$$\Delta L = L_0\left[ {1 - {\mathrm{cos}}\frac{\alpha }{2}} \right].$$
(3)

where $$L_0$$ and $$\Delta L$$ are the initial length of the fiber-junction bending sensor and its shift value, respectively, and α is the bending angle of the sensor, which can be estimated based on the shift value (see Supplementary Fig. 4). As mentioned above, since the initial length of the bending sensor was 1.6 cm, the minimum shift value of each step can be set to 5 µm. Therefore, the bending angle can be precisely controlled, allowing accurate curvature characterization of the fiber-junction bending sensor.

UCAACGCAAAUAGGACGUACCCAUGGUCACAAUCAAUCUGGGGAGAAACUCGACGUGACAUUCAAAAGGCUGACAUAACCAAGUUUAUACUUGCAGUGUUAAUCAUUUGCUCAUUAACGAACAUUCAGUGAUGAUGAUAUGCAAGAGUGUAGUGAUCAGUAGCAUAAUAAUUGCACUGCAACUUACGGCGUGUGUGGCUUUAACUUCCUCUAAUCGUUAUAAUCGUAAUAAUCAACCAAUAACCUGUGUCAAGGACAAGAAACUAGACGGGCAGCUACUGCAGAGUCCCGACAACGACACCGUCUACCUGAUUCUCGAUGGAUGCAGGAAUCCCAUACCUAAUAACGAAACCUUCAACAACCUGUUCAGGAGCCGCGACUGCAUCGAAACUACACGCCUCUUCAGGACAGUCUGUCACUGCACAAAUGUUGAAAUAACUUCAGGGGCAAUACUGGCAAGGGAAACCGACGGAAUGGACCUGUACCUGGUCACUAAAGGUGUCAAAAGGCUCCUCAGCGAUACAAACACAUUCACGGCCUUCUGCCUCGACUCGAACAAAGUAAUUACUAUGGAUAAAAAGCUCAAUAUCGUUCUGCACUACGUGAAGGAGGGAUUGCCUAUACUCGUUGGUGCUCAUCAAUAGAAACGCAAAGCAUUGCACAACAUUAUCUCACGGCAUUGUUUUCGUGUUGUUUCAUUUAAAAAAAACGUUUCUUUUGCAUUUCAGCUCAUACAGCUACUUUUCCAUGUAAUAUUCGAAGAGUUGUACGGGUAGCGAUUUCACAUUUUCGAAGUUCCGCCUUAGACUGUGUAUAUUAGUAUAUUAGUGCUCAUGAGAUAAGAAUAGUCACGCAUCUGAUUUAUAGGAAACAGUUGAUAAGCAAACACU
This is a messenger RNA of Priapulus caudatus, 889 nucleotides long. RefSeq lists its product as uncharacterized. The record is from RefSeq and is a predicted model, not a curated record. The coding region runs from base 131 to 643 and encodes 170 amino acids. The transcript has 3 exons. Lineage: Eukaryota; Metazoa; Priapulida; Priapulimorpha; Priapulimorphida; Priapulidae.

In the case of the H-junction bending sensor, when driven to outward bending, the resistance change rate of the sensor decreased with increasing bending angle from 0° to 90° in 10° increments (Fig. 2c), suggesting that the outward bending mode led to a decrease in the gaps between the carbon fibers. In addition, this result also indicated that the H-junction bending sensor had the ability to distinguish the bending states of the measured object. In particular, the H-junction bending sensor exhibited a high sensitivity within a small bending strain range that the resistance change rate decreased by ~50% of the total value of ∆R/R0 as the sensor bent outward to 30°, making it suitable for detecting the small-scale strain of human motions. Moreover, the H-junction bending sensor also show a high-resolution under small bending strain that the measure angle can accurate to 1° when bent outward from 10° to 19° (as shown in Supplementary Fig. 5). In contrast to the outward bending, when the sensor bent inward from 0° to −90° (Fig. 2d), the value of ∆R/R0 increase due to the increase in gaps, and the sensor also showed high sensitivity to the initial 30° inward bending strain. In addition, the other fiber-junction bending sensors, including the X1-junction bending sensor, X2-junction bending sensor, K1-junction bending sensor and K2-junction bending sensor, all showed similar resistance variations at different bending directions, the resistance change rates were negative when these sensors bent outward, and positive as these sensors bent inward (as shown in Supplementary Fig. 6). These experimental results were consistent with our designed bending sensor model, indicating that this H-junction bending sensor possesses the ability to recognize double-directional bending. Furthermore, the bending directions of the H-junction bending sensor could be determined from its electrical signals. In addition, the H-junction bending sensor fabricated by other commercially available materials, such as graphene fiber and stainless-steel fiber also possessed the capability of identifying double-directional bending (Supplementary Fig. 7), implying the broad combability of our fiber-junction structure models with different conductive fibers. The capability of the bending sensor in detecting directional bending offers a high-precision sensing platform for monitoring of bending strain-based human motions. In addition, according to the relationship of Eq. (2), the bending angles α and their corresponding values of ∆R/R0 from Fig. 2c, d were extracted, and then evaluated by linear fitting. As illustrated in Fig. 2e, there is a well-pronounced linear relationship between $${\mathrm{ln}}\left( {\frac{{\Delta R}}{R} + 1} \right)$$ and the bending angle α. This linear relationship is an intuitive reflection of the accurate bending strain, and facilitates the calibration of the curvature characterization of the H-junction bending sensor. Moreover, this linear relationship further proved that our designed H-junction bending sensor model was reasonable and feasible. In addition, the reproducibility of the linearity of the H-junction bending sensor were evaluated. Three more batches of bending sensors were fabricated, and the linear fitting curves of these sensors were shown in Supplementary Fig. 9. It was found that the H-junction bending sensors with different batches could enable similar stronger linear relationship. In addition to sensitivity and linearity, the linear hysteresis, response time and dynamic bending durability is another three key parameters for the physical robustness and sensing reliability of the bending sensor. As shown in Supplementary Fig. 10, the H-junction bending sensor presented slight hysteretic behavior by comparing the resistance change rate during the bending outward 60°/relaxing cycles. The response time determines how quickly the bending sensor responds to the bending strain, and it is usually defined as a 90% time constant (τ90%). For obtaining the response time of the H-junction bending sensor, an equipment that can make the bending sensor bend outward/inward quickly in cycles was fabricated (as shown in Supplementary Note 3). The response time of the bending sensor when bent inward from 5° to −5° with a frequency of 9 Hz was <30 ms according to the higher magnification ΔR/R0t response curves (Supplementary Fig. 12), and the response time was about 50 ms for the bending sensor when bent outward from −5° to 5°.” This fast response ensure the bending sensor apply in the real-time monitoring of fast and complicate signals in the human body. The dynamic bending durability of the H-junction bending sensor was also tested. The real-time evolution of repeated outward bending 60° and relaxing cycles is shown in Fig. 2f. The resistance change rate could still return to the initial value after 10,000 cycles, indicating the long-term structural stability and sensing reliability of the H-junction bending sensor during bending/relaxing cycles. All these results demonstrated that the H-junction bending sensor with excellent properties such as high sensitivity, double-directional bending and long-term dynamic bending durability is a robust candidate for wearable electronics.